I used to beg for work, but my new skills give me courage and satisfaction with my life. I enjoy what I do—my hands are my instrument.
SAN SALVADOR, El Salvador— With solely touch at our disposal, my colleagues and I make mattresses and pillows at Colchonería (Mattress) Santa Lucía. My blindness has not prevented me from learning all the things that are done here, but it did scare me at first.
After going blind, I didn’t think I was going to be able to tell the time by touching a clock, much less cut and measure fabric and make a mattress by hand. It was difficult for me to learn, but my desire to learn and in turn be able to teach it to others overcame any fears.
My new skills give me courage and satisfaction with my life. I enjoy my work—my hands are my instrument.
I’m not ashamed to say it—I have cried my eyes out over my blindness, but I always trust in God’s mercy. It was hard, after having sight, to lose such a critical sense. However, I’ve never reached the point on thinking of taking my own life.
It started with what I thought was a mild problem. The doctor told me at first that it was an infection in the optic nerve, but during a later examination, they found I had cataracts. I had surgery, but I already had retinal detachment and nothing could be done. My financial limitations did not allow seek further treatment with a specialist. I was now a blind man.
Before losing my vision, I worked in the fields: picking coffee, fertilizing the milpa (corn fields), and doing whatever else was needed. With that, I survived. Once I went blind though, I had to spend a lot of time doing nothing. I felt completely boxed in by my new limitations.
When I was approximately 35, I migrated from the department of Cabañas to San Salvador, and my father helped me get into the School for the Blind. It was difficult to come to the capital and adapt. In the beginning, I sweated from nerves every time I walked through the streets and heard the cars. I have managed to overcome many of those fears with time.
When I got out of the School for the Blind, I spent a lot of time unemployed, sending job applications from place after place, never hearing back. It was a full year without working. After that, I came to the Association of the Blind, and they opened their doors to me in 1984.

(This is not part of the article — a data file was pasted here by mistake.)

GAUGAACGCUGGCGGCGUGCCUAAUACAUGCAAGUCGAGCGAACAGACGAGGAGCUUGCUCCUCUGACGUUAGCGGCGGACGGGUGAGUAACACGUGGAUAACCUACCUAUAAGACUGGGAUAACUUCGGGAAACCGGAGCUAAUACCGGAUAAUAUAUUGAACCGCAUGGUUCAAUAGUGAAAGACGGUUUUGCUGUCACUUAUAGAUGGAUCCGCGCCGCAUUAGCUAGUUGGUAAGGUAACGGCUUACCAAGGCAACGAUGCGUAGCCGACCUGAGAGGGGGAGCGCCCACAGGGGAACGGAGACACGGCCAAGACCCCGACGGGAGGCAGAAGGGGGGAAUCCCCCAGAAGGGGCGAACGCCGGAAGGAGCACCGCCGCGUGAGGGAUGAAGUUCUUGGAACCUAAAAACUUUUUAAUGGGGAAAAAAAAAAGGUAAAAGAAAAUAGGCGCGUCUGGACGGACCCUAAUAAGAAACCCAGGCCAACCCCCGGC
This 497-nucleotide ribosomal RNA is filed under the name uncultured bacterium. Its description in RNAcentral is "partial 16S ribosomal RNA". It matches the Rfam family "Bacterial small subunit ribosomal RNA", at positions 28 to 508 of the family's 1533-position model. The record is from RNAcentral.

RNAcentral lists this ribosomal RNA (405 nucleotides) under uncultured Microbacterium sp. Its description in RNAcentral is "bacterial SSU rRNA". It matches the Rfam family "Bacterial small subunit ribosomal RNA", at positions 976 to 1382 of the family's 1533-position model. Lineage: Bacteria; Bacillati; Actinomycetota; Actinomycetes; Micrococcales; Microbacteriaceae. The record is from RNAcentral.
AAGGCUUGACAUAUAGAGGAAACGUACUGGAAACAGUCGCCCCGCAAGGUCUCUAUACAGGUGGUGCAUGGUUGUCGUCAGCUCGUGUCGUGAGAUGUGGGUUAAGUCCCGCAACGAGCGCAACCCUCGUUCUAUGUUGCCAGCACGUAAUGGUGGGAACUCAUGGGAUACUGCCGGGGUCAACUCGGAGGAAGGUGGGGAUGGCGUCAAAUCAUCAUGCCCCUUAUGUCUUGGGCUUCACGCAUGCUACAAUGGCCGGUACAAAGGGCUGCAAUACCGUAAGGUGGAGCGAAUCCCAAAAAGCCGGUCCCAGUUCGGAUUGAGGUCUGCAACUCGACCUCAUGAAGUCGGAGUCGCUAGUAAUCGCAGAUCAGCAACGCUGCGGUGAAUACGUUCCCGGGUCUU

I finally started working making materials for bathrooms, and it was there that I met two colleagues who could already make mattresses. They taught me in turn and I decided to join that venture, seeing the lack of opportunities for my current sector.
Here, we made cotton mattresses and mats. I spend much of my time here, but I also try to find balance and dedicate time to my wife, who has been with me since before I went blind. She is my only family, because we do not have children.
I started with simple mattresses and small products. At first, they weren’t turning out great, but little by little I learned and have been improving. Now I pride myself on offering quality work strive to offer and make new products.
Currently, my role is supporting the fabric cutting for our products. I am in charge of cutting the covers, then it goes to the sewing stage and finally the sheathing.
Over time, I’ve learned to identify fabrics by touch, carefully placing my hands on top and trying to feel every single part of its surface. Plain fabrics are the hardest to work with—the lack of distinguishing features make it more complicated for me. However, sometimes that’s what you have to use.
To start, I take the fabric out of the roll and square it on my table (measuring 2.40 by 1 meters, or 7.8 by 3.2 feet) so that the cut is even in length and width. The table is my guide—it shows me where to go. I fold the material in two parts, place my index finger on the tip of the scissors, and slowly begin to cut. Sometimes I also use my thumb mounted on the other finger, so there is less chance of hurting myself.
Using scissors scared me at first, but I learned this to conquer this over time as well. Although I have cut myself several times and it still occasionally happens, my fears have dissipated.
From time to time I also support cutting foam of different sizes; they are measured using the braille method. After cutting the fabric, the other partners sew, and then the products are melted.
All of us who work here are blind. Though our work is high quality, we struggle because our traditional, artisanal and non-industrial process means it takes us longer to make the products. Our clients sometimes tell us commercial mattresses are cheaper, but we show them our process so that they can appreciate the quality they’re getting.
We also can’t produce large quantities at a time, and what we are able to earn suffers as a result.
The salary is not enough for me; before the pandemic it was a little better, but now I come to work a little just to help, knowing I will not make enough to support my family. However, I feel satisfied with my co-workers. Our team supports each other.
There are good and bad days. I make an effort to advertise our products, and sometimes we get enough projects to keep ourselves busy. When there is a lot of work, we even involve relatives to support us.
Even though we encounter challenges at Colchonería Santa Lucía, I feel good regardless. Before I used to beg for work; since I learned this new trade I feel incredibly proud and satisfied when I finish a new product. This achievement is not only because of my efforts but because of what God has achieved me. It fills me with joy.
All photos by Cecilia Fuentes
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